Separated by just 25 miles, Cathy Sikorski and Regina Dowling are the kind of voter who could decide Pennsylvania's contentious U.S. Senate election - and perhaps control of the entire chamber.

Each is a college-educated woman in the Philadelphia suburbs - a coveted demographic in populous counties that often swing statewide races. Each is a mother worried about the future for young people.

Each views the critical race between Sen. Pat Toomey (R., Pa.) and Democrat Katie McGinty through a different lens.

Sikorski, a Democrat, likes Toomey well enough, but wants a Senate that will work with Hillary Clinton - or provide a check on Donald Trump. "The picture is bigger than just Pat Toomey, unfortunately for him," she says.

Dowling, a Republican, is unsure about Trump, but sold on Toomey and his fiscal bona fides. "I agree with him on the budget and the government and what the government should do," she says. "The role of the government is for our safety and our security and not all the other things that we're into."

In the nation's most expensive Senate contest, the two perspectives reflect competing bids to frame the race: McGinty pinning her rival to Trump and national politics, Toomey saying it's a local choice between his independence and a Democratic "rubber stamp."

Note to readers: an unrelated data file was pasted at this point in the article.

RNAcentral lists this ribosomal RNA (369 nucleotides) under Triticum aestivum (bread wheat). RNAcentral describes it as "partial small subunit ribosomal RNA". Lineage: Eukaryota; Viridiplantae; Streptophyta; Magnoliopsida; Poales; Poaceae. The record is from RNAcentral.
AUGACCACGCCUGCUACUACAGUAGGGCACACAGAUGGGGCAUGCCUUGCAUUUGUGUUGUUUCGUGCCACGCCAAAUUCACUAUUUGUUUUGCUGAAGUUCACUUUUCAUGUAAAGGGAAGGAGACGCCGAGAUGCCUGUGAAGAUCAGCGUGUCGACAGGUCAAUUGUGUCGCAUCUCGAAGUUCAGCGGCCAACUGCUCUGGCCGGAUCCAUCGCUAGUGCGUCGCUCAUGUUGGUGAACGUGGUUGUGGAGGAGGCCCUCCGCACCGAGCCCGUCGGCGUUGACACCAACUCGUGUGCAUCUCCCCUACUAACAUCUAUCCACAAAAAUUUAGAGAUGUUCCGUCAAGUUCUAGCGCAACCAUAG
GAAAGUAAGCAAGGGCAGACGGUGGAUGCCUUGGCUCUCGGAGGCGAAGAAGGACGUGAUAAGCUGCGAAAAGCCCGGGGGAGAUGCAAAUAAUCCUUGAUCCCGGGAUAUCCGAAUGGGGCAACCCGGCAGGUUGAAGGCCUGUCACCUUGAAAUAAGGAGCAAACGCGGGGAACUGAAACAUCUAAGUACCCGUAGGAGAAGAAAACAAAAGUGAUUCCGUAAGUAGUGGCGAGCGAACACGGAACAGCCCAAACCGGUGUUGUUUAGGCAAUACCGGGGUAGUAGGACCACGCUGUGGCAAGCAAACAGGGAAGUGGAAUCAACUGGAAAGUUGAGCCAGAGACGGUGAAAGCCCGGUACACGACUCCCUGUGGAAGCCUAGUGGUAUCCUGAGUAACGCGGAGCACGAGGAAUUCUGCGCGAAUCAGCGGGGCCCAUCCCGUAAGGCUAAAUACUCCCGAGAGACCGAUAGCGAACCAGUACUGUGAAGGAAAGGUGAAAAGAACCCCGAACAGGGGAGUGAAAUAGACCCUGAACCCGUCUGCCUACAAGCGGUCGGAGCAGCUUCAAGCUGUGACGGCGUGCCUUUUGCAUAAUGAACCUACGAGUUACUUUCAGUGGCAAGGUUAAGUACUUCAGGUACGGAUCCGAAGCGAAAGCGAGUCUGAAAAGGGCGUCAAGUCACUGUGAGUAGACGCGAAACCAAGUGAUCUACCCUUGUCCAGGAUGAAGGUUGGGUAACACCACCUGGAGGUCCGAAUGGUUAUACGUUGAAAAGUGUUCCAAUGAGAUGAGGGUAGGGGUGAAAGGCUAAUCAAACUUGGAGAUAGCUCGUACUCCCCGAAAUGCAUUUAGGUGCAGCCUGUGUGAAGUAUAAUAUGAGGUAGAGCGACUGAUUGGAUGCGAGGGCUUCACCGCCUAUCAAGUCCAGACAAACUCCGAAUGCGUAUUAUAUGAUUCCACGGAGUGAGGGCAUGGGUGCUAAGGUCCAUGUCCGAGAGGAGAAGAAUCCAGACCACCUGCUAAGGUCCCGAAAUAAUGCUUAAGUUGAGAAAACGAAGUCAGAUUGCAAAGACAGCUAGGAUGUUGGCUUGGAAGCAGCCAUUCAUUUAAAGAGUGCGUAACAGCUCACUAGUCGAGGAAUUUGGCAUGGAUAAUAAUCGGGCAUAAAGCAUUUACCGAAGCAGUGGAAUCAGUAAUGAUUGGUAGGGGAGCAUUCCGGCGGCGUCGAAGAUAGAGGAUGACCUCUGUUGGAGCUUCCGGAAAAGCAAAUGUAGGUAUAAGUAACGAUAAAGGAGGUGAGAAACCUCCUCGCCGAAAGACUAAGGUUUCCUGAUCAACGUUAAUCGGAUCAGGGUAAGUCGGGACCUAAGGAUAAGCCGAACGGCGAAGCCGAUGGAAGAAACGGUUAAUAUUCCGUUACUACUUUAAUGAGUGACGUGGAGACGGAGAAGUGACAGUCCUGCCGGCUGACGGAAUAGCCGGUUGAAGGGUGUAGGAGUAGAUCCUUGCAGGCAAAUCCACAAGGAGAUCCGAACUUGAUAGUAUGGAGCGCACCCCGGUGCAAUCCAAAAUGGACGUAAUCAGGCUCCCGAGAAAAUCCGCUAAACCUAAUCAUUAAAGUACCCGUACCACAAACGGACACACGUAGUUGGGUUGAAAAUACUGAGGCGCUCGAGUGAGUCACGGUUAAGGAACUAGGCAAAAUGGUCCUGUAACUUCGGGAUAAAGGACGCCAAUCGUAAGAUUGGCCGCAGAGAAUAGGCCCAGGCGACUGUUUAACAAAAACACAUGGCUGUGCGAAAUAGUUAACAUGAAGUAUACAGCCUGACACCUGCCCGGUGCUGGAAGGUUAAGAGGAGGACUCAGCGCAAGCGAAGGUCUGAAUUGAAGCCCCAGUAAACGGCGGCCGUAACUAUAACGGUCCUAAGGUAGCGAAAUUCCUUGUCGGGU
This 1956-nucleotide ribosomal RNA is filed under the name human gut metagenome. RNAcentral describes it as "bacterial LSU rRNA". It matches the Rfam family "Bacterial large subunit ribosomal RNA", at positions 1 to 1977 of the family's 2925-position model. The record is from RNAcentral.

Sikorski and Dowling are just two of millions of Pennsylvanians expected to cast ballots on Nov. 8. But interviews with each offer a window into what resonates after months of campaigning and more than $100 million in political spending.

A second and final debate looms Monday night. Polls suggest a tight race right to the end.

Sending a message

Sikorksi, 59, is exactly the kind of voter Toomey needs to win.

The Montgomery County lawyer and writer favors Democrats but never votes a straight ticket, and won't this time. She says Toomey has done some good. "I'm not as irrationally opposed to Pat Toomey as some people may be," she says.

But Sikorski has broader concerns: After seeing eight years of Republican resistance to President Obama, she hopes a Clinton White House will have a cooperative Congress - and a chance to get things done.

That means dumping Republicans, and Toomey.

"There's no way I would put them back in charge of the Senate," she says. "I'm kind of tired of a Congress that isn't doing anything."

Her view cuts to questions at the heart of the race: In a blue-leaning state, can Toomey convince enough Democrats and moderates that he deserves a second term, without alienating his conservative base? Has he distinguished himself from his party's rougher edges, including Trump?

Sikorski and Dowling both framed their decisions on the incumbent and his party.

Toomey, 54, has charted a delicate path.

Meticulous and analytical, with a dry sense of humor, he's not nearly as easily demonized as, say, former Sen. Rick Santorum, drubbed out of office when voters tired of his polarizing style.